The California gold rush had two types of gold mining: the complex underground mines like the one we toured in Grass Valley, and panning, (aka placer mining, pronounced “plasser.” This latter form is what you envision when you think of the “49ers” prospecting during the days of the California gold rush. What we didn’t realize is that this form of mining started my using natural water runoff, then wound up with massive artificially created rivers which created long-term damage to the landscape.
Columbia State Historical Park is devoted to preserving the history of this second mining form. Located due east of San Francisco, the town is a living history site, with the ability to experience the gold rush days personally. Here students can pan for gold, ride a stage coach, watch blacksmiths at work, try their hand at 19th century bowling and throw back a sarsaparilla at the local saloon. Local merchants hawk fancy candy, ice cream and historical trinkets, and the museum is fascinating. We sampled them all. As our first mining stop told about the influx of Cornish miners, this stop details the history of Chinese immigrants, imported to help build the railroad infrastructure.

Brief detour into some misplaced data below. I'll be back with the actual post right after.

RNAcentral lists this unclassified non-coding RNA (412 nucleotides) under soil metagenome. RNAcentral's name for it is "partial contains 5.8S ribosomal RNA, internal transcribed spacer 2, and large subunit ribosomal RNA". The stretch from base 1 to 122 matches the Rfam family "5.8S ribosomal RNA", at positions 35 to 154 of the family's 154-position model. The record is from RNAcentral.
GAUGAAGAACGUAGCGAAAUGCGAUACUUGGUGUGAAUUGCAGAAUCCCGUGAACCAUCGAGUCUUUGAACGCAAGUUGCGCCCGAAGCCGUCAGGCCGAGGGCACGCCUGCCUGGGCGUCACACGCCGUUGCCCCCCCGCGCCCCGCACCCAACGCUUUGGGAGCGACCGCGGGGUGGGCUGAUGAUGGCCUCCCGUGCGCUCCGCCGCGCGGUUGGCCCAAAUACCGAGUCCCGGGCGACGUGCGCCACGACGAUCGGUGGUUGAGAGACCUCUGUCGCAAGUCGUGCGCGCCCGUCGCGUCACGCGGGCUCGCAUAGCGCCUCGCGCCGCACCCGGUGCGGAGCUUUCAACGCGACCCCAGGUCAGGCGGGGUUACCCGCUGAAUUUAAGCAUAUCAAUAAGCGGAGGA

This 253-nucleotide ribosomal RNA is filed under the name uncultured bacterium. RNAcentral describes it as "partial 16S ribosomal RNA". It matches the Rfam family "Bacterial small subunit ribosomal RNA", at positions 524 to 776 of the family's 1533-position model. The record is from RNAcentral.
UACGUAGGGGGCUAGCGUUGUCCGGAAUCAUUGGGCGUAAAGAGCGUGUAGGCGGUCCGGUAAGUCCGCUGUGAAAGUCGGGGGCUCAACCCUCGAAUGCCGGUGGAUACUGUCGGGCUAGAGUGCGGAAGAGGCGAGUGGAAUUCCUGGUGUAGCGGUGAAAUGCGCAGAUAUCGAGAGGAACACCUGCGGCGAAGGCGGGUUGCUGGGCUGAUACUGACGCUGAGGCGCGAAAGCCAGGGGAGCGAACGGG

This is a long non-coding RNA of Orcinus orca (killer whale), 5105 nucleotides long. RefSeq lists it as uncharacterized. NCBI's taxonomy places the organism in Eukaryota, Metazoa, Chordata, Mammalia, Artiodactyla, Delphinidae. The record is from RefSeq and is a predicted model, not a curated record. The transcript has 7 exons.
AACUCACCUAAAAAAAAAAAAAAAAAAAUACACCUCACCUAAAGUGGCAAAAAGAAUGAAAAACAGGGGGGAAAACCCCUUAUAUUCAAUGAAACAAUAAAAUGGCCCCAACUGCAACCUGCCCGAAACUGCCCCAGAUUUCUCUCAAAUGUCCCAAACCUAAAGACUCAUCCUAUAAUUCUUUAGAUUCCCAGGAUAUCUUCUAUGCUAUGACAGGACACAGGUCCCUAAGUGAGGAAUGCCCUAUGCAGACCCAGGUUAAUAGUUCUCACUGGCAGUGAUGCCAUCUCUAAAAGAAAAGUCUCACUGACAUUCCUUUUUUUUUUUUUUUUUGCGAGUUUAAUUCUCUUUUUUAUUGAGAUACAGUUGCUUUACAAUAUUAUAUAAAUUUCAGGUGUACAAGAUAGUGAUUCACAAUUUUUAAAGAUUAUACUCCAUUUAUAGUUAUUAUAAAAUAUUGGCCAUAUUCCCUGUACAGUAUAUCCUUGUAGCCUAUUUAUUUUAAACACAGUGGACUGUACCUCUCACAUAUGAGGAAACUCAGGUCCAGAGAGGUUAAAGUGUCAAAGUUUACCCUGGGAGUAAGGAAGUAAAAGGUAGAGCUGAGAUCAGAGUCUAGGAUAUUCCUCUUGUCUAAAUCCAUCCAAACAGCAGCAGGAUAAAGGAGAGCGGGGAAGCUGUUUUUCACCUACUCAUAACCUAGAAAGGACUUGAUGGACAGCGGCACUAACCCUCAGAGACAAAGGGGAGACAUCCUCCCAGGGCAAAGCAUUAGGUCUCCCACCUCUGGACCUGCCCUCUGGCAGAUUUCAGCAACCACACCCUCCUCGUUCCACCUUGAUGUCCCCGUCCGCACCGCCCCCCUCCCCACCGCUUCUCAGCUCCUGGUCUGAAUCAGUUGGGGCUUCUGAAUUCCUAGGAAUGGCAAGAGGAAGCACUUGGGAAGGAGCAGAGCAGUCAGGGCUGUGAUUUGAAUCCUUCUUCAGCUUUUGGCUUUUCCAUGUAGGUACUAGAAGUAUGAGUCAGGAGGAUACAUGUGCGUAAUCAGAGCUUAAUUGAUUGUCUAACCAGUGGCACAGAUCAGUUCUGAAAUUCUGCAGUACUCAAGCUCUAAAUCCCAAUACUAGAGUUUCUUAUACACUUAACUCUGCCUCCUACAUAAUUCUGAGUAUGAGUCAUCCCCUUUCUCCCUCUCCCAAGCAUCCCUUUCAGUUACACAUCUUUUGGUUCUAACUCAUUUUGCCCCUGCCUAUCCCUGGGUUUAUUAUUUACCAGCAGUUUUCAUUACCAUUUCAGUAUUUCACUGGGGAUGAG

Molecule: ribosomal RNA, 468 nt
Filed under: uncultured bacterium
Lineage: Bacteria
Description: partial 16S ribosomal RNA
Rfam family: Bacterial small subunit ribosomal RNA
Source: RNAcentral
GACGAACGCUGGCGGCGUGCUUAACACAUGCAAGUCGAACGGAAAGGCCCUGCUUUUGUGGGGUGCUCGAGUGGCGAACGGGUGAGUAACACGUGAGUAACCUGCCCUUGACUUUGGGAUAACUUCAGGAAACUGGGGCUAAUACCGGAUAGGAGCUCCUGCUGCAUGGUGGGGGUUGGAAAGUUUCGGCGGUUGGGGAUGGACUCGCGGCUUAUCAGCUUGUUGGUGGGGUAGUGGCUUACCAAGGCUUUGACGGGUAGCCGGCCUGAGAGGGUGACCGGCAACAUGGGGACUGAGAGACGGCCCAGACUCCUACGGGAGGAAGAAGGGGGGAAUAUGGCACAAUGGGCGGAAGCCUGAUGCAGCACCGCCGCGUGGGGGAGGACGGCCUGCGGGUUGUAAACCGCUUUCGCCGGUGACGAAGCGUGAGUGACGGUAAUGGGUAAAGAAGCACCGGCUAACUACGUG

The park is fun and educational, and admission is free. We recommend it for a fun outing.
And lastly, here is a link to a one minute video that demonstrates the 19th century bowling alley in the town! Click here.